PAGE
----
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Just keep running
'She is really something special'
Muldoon MUG
Frankie Muldoon - photo by Amy French

When Frankie Muldoon was about to be a freshman she had a decision to make: stick with football or start running cross country. 

The junior at Dawson County High School just won her third straight individual region title in cross country and is happy about the path she chose. 

“At the time I was playing football and I had to decide if I wanted to play football here or run and I decided to run and I am glad,” Muldoon said.

Frankie Muldoon pic
Frankie Muldoon runs at Unicoi State Park on Oct. 26 where she captured her third straight region title with a time of 19 minutes, 11 seconds. - photo by Amy French
She was the kicker for the middle school team, wanting to follow her oldest brother Max who had also kicked for Dawson County. One day during a middle school P.E. class, however, Coach Charles Beusse told her that she really should consider running cross country at the high school level.

Muldoon listened to Beusse.

“As far as Frankie goes, she is really something special,” Beusse said. “It’s not often that you have a runner come along who is the total package but Frankie certainly is.

“She is coachable, understands the process we teach and is one of the best natural athletes I have ever seen.”

Muldoon is also a varsity soccer player and has had a collegiate level offer to play the sport. Though many soccer players choose cross country in the off season to stay in shape for the grueling on-field demands, Muldoon said it’s different for her. 

“I wouldn’t say it is training for soccer,” Muldoon said. “Part of me would say it’s like soccer is more for cross country. I feel like one of the reasons I am good at cross country is because I played soccer because you have to have a lot of endurance for soccer.”

And though she already has an offer for soccer, she hopes to have offers from larger schools for running and for the chance to pursue a career in veterinarian medicine.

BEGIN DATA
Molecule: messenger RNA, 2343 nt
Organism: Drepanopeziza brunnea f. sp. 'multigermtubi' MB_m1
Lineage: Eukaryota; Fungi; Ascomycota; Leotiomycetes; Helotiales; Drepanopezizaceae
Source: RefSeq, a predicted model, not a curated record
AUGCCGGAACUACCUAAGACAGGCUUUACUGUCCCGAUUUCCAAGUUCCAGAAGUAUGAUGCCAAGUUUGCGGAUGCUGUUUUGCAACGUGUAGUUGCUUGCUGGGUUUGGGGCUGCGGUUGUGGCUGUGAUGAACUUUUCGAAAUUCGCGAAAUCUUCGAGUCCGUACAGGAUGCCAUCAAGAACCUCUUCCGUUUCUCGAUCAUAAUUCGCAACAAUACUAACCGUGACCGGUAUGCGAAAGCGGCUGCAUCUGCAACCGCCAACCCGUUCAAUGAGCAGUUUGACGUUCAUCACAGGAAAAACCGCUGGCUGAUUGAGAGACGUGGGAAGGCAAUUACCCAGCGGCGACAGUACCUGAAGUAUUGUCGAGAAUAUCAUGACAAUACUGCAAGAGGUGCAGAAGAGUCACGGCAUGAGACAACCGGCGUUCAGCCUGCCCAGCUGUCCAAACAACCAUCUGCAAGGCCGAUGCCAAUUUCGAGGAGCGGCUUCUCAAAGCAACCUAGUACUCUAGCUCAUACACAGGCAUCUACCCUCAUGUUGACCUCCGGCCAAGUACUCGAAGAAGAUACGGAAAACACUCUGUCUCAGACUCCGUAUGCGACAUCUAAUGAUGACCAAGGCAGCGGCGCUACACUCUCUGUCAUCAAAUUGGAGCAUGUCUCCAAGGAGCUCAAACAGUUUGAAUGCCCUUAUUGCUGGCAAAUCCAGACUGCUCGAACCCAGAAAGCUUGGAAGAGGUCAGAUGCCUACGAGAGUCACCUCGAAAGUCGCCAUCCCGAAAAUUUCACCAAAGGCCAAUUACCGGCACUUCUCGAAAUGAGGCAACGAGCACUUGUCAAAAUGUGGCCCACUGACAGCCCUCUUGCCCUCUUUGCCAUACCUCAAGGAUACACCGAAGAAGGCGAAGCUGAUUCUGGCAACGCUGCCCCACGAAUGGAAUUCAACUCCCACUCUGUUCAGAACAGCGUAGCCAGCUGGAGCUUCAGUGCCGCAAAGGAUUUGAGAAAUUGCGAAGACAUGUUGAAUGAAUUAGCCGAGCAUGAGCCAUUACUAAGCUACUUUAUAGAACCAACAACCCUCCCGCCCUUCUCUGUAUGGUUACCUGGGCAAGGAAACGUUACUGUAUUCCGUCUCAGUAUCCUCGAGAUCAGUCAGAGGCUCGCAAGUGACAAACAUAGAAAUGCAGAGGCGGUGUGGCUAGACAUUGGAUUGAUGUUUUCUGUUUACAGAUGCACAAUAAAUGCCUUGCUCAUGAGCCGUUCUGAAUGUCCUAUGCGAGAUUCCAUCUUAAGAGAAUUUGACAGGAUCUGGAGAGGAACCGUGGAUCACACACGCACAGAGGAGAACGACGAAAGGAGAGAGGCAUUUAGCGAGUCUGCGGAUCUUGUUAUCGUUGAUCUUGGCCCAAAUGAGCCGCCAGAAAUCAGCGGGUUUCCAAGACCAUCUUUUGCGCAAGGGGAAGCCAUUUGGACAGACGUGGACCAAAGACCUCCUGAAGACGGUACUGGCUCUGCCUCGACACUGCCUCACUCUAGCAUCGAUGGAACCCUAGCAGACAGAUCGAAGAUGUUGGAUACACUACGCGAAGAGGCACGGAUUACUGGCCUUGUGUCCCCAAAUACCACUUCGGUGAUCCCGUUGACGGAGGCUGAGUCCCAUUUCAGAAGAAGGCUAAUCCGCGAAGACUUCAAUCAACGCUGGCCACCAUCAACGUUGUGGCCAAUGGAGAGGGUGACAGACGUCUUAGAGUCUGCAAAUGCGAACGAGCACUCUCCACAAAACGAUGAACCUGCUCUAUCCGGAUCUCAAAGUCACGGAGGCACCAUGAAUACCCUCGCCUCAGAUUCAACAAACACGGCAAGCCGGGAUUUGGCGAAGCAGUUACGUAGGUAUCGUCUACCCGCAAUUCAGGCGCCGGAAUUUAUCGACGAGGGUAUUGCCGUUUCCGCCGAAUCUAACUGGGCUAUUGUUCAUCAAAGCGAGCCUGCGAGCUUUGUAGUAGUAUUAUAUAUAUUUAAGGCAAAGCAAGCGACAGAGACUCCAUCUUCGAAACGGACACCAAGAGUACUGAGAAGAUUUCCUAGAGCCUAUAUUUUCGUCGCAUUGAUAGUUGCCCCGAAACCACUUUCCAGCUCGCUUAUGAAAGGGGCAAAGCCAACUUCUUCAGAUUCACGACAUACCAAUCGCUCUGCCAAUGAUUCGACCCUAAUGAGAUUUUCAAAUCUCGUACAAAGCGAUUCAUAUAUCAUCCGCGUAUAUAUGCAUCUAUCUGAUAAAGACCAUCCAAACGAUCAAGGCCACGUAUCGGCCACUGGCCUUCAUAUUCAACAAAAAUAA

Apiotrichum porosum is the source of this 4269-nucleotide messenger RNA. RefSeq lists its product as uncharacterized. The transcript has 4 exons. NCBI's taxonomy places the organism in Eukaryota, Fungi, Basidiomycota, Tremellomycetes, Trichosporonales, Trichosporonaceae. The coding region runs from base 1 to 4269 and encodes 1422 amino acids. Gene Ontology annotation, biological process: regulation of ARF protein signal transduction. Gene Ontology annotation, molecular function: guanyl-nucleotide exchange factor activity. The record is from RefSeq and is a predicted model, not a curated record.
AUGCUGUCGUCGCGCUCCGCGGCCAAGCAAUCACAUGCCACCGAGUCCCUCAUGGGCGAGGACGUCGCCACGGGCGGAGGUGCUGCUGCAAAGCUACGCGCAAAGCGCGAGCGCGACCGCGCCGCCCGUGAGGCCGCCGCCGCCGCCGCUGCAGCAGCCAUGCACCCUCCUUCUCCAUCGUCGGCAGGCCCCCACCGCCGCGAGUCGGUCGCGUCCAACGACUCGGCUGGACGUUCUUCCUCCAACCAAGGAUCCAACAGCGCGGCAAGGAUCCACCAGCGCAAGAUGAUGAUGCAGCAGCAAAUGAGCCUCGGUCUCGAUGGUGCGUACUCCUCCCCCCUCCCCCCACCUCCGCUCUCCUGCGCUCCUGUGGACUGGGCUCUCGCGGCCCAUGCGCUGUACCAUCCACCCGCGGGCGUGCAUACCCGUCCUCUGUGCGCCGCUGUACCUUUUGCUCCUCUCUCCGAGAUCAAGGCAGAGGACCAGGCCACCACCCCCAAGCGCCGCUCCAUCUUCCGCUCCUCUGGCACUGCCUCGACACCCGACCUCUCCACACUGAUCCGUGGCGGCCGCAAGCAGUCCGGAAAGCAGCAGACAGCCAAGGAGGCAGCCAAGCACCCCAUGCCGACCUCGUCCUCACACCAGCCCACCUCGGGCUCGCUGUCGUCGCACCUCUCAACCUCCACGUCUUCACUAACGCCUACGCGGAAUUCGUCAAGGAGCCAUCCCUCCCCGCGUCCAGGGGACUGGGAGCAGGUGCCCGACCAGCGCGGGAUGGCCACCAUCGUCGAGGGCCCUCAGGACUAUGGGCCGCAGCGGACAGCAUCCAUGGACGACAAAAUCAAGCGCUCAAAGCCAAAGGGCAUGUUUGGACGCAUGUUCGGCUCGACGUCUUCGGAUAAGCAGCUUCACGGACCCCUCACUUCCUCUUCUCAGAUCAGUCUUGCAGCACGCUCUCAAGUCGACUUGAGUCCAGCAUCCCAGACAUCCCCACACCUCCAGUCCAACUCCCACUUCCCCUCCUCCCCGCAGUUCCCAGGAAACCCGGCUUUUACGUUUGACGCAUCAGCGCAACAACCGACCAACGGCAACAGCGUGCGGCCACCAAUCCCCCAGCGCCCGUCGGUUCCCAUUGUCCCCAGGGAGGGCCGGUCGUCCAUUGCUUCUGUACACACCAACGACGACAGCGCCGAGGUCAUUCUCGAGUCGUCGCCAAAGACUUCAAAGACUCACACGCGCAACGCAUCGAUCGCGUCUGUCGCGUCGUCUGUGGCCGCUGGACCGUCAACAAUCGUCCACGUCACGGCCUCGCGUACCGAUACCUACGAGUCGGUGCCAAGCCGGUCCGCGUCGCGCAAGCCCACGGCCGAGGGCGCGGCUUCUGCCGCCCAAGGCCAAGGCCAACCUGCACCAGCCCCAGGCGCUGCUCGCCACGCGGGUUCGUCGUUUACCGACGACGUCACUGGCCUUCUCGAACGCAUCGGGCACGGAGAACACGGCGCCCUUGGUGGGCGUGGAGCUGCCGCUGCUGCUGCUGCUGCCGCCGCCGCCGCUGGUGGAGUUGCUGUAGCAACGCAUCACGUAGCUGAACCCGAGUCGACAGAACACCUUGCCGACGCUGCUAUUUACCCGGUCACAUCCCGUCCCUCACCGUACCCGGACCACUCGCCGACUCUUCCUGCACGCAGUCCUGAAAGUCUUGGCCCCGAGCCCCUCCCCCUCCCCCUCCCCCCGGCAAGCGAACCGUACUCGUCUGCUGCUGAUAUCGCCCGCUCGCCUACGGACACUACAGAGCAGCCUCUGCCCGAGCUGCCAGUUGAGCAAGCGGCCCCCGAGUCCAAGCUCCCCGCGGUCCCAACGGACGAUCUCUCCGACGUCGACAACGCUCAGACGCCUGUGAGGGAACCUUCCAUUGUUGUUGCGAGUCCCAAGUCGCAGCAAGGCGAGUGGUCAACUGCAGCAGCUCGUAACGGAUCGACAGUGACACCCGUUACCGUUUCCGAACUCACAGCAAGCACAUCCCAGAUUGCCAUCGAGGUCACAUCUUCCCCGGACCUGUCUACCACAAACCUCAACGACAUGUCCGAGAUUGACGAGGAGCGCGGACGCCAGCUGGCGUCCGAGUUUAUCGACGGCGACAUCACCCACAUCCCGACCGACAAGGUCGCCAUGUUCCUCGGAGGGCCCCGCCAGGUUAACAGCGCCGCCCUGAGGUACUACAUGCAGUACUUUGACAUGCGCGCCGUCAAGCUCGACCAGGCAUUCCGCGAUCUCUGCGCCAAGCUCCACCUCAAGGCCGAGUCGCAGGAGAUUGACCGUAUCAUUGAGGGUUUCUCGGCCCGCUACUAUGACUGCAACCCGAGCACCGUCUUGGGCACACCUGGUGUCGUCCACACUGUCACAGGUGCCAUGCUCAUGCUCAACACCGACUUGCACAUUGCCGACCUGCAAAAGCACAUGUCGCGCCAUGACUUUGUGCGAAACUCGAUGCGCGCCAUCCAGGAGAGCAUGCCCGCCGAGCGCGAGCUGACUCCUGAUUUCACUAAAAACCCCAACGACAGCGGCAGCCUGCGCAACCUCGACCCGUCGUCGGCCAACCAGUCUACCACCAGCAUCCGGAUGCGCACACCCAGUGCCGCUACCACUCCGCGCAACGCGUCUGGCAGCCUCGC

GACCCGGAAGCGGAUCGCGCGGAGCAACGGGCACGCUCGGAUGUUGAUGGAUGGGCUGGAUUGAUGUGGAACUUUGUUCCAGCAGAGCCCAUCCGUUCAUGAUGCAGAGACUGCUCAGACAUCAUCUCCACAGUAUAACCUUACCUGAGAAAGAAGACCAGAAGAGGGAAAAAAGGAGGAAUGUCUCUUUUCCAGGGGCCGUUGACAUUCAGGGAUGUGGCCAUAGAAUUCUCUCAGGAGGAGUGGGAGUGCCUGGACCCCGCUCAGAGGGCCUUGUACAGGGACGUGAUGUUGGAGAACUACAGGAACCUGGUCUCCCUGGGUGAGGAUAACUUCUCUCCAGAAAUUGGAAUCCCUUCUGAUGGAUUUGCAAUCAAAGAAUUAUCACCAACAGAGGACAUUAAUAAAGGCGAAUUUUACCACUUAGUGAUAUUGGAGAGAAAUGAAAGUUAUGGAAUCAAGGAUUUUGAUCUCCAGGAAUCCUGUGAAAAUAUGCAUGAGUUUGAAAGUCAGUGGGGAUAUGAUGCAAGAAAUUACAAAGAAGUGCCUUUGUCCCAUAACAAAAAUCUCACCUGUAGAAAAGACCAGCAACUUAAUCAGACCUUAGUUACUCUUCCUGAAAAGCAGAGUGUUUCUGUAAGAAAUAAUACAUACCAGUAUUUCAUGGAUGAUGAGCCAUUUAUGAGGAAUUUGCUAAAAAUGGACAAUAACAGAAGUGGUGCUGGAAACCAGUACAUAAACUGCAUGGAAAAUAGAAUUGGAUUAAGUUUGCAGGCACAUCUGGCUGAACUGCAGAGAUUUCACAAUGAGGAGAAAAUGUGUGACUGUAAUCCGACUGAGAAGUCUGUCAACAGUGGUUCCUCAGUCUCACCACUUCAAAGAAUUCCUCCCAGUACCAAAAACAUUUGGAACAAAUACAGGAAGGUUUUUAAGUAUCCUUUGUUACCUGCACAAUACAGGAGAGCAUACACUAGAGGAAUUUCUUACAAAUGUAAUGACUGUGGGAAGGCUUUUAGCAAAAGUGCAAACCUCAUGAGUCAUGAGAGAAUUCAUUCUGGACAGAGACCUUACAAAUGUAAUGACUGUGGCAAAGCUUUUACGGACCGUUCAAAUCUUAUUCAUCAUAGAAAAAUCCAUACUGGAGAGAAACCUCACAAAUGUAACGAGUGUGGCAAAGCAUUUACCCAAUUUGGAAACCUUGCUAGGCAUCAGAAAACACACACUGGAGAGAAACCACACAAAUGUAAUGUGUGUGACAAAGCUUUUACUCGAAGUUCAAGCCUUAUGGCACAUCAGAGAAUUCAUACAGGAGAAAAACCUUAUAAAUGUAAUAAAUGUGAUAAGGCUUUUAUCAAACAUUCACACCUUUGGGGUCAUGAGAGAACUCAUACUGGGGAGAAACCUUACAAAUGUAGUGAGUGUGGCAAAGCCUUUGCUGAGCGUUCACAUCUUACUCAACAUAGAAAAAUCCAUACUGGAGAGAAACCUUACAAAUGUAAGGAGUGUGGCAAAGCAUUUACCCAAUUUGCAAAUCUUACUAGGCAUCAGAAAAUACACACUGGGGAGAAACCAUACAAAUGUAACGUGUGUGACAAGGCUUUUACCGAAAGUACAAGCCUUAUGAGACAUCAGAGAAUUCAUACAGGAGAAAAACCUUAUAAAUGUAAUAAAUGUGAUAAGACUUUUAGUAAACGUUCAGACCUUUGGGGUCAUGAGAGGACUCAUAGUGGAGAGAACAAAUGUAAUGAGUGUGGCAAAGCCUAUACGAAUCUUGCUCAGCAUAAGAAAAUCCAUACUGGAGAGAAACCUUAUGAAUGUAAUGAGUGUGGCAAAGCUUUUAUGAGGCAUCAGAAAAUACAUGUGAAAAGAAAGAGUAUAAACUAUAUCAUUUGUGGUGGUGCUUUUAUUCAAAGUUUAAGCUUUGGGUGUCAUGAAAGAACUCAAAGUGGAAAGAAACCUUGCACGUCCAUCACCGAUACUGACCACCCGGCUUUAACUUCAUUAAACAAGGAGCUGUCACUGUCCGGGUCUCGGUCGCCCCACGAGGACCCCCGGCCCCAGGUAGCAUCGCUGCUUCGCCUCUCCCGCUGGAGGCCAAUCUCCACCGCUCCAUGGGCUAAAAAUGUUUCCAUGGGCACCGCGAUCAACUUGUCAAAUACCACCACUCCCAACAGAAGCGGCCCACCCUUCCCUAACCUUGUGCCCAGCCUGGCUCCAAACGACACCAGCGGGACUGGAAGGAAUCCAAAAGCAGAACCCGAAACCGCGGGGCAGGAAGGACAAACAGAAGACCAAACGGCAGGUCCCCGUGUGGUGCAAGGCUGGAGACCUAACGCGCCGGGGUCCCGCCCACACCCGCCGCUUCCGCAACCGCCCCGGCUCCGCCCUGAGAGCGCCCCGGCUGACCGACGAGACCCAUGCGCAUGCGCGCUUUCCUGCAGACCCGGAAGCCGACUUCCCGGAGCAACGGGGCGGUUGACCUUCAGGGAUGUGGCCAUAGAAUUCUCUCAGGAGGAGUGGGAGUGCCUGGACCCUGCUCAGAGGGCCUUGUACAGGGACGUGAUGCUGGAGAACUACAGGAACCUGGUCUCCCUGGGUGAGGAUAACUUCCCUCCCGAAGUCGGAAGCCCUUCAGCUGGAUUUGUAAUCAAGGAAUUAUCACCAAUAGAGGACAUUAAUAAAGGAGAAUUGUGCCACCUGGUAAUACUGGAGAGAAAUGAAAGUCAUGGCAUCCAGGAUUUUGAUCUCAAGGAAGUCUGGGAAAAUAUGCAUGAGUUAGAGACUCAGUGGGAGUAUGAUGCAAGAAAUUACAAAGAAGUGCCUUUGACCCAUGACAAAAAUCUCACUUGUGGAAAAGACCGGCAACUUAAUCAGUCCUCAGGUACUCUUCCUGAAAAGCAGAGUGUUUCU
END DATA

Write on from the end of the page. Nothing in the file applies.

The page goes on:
Beusse, for one, thinks that will not be a problem.

“Frankie continues to improve and I believe she will be a top college recruit coming out of high school after her senior season,” he said. “She’s already attracting interest from colleges and I believe she has the skills necessary to be successful at the next level. Frankie is a true leader.”

Muldoon has learned how to push herself, be it running with the boys’ team in practice or finding ways to motivate herself like finding and putting up quotes about running prior to a race. 

“I have this chalkboard. I always do it the night before a race. I do a running quote or something like that,” she said.

Prior to the region race it was “run with a purpose.” She also had added the number 18:33 which is the DCHS girls school record she hopes to break.

“I was decorating it and I put 18:33 and she [Frankie’s mom] was like Frankie ‘you can’t go for 18:33 you have got to go for 18:32.’ I was like no mom I am going for 18:20,” Muldoon said with a laugh. “I just figure I need to give myself some leeway.”

“Runners like Frankie, who work hard and always look to improve, are the reason I love coaching so much,” Beusse said. “Frankie has given this team so much over the past three years and will be looked to for years to come as one of the best female runners Dawson County has ever had. I'm just glad she's only a junior and we will get another year to have her as a part of our program.”

Muldoon said that though she will look for opportunities to run at the collegiate level, she will be playing soccer this year. The death of Head Coach Jed Lacey has had a profound impact on the athletes he had coached for so long.

“I told myself that I have to play. We have all been talking about how we have to win state this year and it’s just hard,” she said.

For now Muldoon, who is ranked fourth in the state in Class AAA, is happy she won a third region title (“It’s great, I guess,” she said.) and is focused on a successful showing at the state race on Nov. 4. 

“We will see what we can do,” she said.

Going forward, Muldoon said she plans to just keep running.

“If I were to quit running, I feel like I wouldn’t know what to do with myself. I can’t go one day without running because I just feel bad,” she said.